Fluvial Processes and Human Change

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Fluvial Processes

“Flowing water, in streams and rivers or across the land in sheets, is the dominant erosional process in shaping Earth’s landscape…most of the erosional work done by surface water is not done by streams or rivers but instead by falling raindrops and by the resulting unorganized runoff down slopes.”– Science Clarified website

This shaping of the land by water is called “fluvial processes.”

By a nearby creek, we are seeing “aggradation,” deposits of sediment that are changing the height and shape of the shore.  At flood levels, the creek rushes toward the Colorado River, gathering sediment, gravel, and human possessions as it goes.  Where the creek turns a bend and slows down, it deposits inches (or feet) of alluvium in the form of sticky gray mud on the shore.

In a field near the house we see a different process–erosion.  Sheets of water pour over the surface, and  tunnels of water gush below,  racing downhill toward the creek.  These combined flows sweep the soil away and carve a  gaping gulley.  Layers of sand, clay, and stone stripe the sides, and a hard, layer of mud or clay swirled by long ago currents lines the bottom.

Left alone, over time, the land would be reconfigured by fluvial processes.  A new stream might appear where the gulley is now, and down by the creek the shore would continue to rise into a bluff.  The question for us is whether to fight the changes or adapt to them.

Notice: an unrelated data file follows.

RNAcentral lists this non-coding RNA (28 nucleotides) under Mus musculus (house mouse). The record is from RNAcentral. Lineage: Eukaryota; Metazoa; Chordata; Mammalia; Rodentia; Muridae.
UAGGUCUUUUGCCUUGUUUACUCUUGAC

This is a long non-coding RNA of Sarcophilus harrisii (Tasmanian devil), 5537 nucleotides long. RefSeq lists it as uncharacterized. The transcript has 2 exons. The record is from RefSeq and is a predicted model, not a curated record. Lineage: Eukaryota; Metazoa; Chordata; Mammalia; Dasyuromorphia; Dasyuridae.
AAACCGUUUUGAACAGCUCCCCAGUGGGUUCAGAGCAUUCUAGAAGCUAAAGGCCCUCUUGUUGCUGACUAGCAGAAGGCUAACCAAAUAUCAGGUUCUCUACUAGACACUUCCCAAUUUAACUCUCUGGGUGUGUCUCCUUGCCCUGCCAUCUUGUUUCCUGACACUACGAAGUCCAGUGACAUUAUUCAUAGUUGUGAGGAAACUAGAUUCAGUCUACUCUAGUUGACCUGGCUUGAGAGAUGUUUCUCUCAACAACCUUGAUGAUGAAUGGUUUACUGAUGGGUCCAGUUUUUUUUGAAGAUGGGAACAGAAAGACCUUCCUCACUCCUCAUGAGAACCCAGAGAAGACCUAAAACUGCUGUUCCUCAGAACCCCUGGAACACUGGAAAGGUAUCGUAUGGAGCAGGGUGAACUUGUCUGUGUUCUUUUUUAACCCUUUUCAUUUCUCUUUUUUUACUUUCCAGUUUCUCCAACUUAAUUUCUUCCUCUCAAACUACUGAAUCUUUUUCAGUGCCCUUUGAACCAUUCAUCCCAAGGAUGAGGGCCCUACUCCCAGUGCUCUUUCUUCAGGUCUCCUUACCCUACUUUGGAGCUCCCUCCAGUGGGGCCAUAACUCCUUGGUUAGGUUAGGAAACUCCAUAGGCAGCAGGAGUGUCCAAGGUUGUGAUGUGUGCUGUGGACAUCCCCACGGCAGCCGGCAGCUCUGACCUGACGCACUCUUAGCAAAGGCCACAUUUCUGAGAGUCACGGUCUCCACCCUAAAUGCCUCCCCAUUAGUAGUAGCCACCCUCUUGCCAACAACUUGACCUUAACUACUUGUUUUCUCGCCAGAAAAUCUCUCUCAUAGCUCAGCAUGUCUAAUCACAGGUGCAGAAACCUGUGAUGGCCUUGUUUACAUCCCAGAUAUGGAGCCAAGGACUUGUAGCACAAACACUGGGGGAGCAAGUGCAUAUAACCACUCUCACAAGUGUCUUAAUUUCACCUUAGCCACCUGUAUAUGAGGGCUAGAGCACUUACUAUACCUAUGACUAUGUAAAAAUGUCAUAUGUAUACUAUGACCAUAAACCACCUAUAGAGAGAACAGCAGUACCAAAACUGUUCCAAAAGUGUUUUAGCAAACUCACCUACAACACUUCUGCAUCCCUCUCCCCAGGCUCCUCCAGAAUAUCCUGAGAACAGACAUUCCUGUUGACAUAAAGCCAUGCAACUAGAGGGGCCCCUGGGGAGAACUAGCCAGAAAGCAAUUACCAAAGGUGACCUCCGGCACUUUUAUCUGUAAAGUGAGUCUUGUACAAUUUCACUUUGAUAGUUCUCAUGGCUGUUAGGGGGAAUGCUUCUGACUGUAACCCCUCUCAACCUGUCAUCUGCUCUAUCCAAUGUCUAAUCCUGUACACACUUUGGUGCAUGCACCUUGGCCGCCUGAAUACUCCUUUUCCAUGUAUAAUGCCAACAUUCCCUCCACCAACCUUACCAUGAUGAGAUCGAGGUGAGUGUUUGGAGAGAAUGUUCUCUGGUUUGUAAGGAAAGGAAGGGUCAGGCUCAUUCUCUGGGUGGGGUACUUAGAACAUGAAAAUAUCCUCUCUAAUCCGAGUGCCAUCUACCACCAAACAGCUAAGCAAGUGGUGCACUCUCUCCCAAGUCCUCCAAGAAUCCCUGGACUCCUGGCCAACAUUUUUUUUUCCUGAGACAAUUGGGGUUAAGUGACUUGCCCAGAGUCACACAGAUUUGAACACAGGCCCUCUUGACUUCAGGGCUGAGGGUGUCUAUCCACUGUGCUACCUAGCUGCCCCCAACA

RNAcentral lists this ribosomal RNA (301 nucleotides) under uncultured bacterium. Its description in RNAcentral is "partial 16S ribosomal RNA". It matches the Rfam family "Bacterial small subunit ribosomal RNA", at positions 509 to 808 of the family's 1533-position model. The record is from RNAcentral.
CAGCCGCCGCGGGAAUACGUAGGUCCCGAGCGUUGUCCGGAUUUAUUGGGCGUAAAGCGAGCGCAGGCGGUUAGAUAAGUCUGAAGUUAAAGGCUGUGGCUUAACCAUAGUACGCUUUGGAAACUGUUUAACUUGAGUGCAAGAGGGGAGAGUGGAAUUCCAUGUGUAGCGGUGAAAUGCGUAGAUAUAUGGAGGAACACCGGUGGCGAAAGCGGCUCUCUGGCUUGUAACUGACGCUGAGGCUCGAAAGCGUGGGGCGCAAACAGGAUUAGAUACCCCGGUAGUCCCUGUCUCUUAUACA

Fluvial Processes and Human Change
Fluvial Processes
Fluvial Processes and Human Change
Fluvial Processes and Human Change

Humans and Change

Without success, I’ve searched for the word that describes how life experiences shape us in the way that water shapes the Earth; “fluvial processes is to earth as ___________is to person.”   “Formative experience” is the best I can come up.  Some life experiences create change as slowly as seeping water; they creep up on us unnoticed, and– for better or worse–we adapt.   Some forces of change are familiar and expected.  We recognize that life has seasons and cycles, and our hope remains intact because we know something about what comes next.   Then there are the  radical, unexpected experiences–the flash floods of life–that we aren’t sure what to do with.  In a moment, we must decide whether to fight, or flee, or surrender.  Perhaps, at its most challenging, life brings on a wall of water, and we stand by immobilized, watchful, feeling our smallness, acknowledging our powerlessness.  Sometimes, we can only witness and wait and hold on to the knowledge that whatever happens, we can survive.   Some Texans have faced this kind of experience in the last few weeks.  Many have lost homes, livestock, cherished possessions, and even loved ones in this latest round of disastrous weather.   Some people have a gully to fill, while others have holes in their hearts that will never be filled.